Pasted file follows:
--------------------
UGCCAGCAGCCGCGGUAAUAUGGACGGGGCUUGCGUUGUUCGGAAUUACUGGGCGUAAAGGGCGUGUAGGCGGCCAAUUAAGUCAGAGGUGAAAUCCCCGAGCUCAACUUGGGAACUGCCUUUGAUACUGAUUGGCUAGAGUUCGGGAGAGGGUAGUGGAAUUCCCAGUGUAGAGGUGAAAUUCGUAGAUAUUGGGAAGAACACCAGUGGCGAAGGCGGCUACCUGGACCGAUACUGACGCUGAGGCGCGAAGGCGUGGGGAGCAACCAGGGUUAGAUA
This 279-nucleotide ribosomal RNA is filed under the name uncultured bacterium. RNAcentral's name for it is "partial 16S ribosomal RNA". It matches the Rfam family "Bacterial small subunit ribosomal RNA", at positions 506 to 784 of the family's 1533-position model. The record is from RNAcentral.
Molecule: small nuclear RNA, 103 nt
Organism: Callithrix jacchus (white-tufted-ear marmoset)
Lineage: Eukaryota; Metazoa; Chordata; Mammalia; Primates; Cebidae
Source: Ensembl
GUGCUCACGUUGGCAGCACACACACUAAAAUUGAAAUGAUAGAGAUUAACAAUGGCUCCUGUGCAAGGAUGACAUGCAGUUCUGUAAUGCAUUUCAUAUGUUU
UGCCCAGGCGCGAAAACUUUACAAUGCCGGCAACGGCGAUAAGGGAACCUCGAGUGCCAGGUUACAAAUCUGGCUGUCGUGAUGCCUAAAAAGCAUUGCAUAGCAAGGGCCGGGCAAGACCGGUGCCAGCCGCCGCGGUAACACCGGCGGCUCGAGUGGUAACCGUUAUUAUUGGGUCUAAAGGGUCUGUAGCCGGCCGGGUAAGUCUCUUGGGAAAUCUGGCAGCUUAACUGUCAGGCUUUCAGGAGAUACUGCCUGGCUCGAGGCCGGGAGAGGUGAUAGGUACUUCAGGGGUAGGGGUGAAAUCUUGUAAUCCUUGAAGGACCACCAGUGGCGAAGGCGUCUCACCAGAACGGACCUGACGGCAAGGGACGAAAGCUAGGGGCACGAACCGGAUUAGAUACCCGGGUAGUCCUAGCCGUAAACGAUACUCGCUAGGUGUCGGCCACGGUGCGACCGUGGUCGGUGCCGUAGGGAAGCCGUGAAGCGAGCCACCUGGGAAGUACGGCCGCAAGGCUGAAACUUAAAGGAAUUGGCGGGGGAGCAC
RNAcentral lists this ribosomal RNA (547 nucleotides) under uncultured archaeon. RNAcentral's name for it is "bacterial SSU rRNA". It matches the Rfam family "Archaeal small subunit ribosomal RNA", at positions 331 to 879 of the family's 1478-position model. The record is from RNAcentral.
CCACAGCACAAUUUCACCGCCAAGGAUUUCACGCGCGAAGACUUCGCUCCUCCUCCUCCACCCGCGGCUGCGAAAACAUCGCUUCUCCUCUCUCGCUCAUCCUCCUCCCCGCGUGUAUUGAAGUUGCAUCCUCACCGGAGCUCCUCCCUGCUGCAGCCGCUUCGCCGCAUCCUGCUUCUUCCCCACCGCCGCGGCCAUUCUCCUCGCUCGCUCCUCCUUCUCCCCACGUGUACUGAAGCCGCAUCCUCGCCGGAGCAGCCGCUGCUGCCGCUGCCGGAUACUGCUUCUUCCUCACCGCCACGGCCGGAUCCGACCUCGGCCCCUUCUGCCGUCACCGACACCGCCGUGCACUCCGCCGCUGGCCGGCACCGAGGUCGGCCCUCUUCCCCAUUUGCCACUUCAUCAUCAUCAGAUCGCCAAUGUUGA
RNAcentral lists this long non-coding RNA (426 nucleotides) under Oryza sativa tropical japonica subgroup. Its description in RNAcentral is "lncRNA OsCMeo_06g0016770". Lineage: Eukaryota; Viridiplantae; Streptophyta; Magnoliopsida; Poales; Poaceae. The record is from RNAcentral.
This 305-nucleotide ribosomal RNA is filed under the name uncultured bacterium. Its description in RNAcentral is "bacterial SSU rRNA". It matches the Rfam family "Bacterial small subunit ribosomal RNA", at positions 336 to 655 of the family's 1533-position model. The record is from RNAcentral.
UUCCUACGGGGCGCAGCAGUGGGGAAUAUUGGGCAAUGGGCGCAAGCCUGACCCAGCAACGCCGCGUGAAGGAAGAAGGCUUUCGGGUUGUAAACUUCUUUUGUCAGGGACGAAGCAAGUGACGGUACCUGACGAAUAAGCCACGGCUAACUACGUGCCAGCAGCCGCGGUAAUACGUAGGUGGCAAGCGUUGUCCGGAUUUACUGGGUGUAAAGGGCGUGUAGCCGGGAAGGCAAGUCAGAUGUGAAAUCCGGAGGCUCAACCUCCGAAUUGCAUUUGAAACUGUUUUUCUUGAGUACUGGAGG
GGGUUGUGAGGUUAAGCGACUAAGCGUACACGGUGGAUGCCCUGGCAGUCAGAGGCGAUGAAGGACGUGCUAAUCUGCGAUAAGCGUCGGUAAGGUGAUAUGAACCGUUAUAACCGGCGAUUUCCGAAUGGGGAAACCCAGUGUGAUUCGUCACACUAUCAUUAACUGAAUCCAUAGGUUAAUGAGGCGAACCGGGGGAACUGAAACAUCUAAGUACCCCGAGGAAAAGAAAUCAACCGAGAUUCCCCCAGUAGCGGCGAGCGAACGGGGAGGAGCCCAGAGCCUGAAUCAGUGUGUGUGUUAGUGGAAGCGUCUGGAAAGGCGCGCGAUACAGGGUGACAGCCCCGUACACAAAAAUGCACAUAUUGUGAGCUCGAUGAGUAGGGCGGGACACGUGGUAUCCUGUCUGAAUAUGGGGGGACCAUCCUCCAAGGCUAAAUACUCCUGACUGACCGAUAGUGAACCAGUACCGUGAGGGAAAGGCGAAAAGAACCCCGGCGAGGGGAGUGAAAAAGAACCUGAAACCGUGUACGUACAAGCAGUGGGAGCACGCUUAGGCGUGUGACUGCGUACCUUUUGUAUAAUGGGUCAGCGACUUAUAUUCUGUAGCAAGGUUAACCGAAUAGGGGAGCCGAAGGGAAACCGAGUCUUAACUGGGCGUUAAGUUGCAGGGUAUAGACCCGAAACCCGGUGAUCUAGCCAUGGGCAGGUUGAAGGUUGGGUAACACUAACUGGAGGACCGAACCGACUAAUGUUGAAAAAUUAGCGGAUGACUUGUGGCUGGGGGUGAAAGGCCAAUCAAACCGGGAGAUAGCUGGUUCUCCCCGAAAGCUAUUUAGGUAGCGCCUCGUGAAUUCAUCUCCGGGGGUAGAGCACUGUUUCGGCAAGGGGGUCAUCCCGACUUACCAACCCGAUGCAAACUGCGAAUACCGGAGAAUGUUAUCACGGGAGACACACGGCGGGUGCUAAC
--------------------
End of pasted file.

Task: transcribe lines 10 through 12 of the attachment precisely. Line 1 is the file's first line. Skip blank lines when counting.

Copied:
CCACAGCACAAUUUCACCGCCAAGGAUUUCACGCGCGAAGACUUCGCUCCUCCUCCUCCACCCGCGGCUGCGAAAACAUCGCUUCUCCUCUCUCGCUCAUCCUCCUCCCCGCGUGUAUUGAAGUUGCAUCCUCACCGGAGCUCCUCCCUGCUGCAGCCGCUUCGCCGCAUCCUGCUUCUUCCCCACCGCCGCGGCCAUUCUCCUCGCUCGCUCCUCCUUCUCCCCACGUGUACUGAAGCCGCAUCCUCGCCGGAGCAGCCGCUGCUGCCGCUGCCGGAUACUGCUUCUUCCUCACCGCCACGGCCGGAUCCGACCUCGGCCCCUUCUGCCGUCACCGACACCGCCGUGCACUCCGCCGCUGGCCGGCACCGAGGUCGGCCCUCUUCCCCAUUUGCCACUUCAUCAUCAUCAGAUCGCCAAUGUUGA
RNAcentral lists this long non-coding RNA (426 nucleotides) under Oryza sativa tropical japonica subgroup. Its description in RNAcentral is "lncRNA OsCMeo_06g0016770". Lineage: Eukaryota; Viridiplantae; Streptophyta; Magnoliopsida; Poales; Poaceae. The record is from RNAcentral.
This 305-nucleotide ribosomal RNA is filed under the name uncultured bacterium. Its description in RNAcentral is "bacterial SSU rRNA". It matches the Rfam family "Bacterial small subunit ribosomal RNA", at positions 336 to 655 of the family's 1533-position model. The record is from RNAcentral.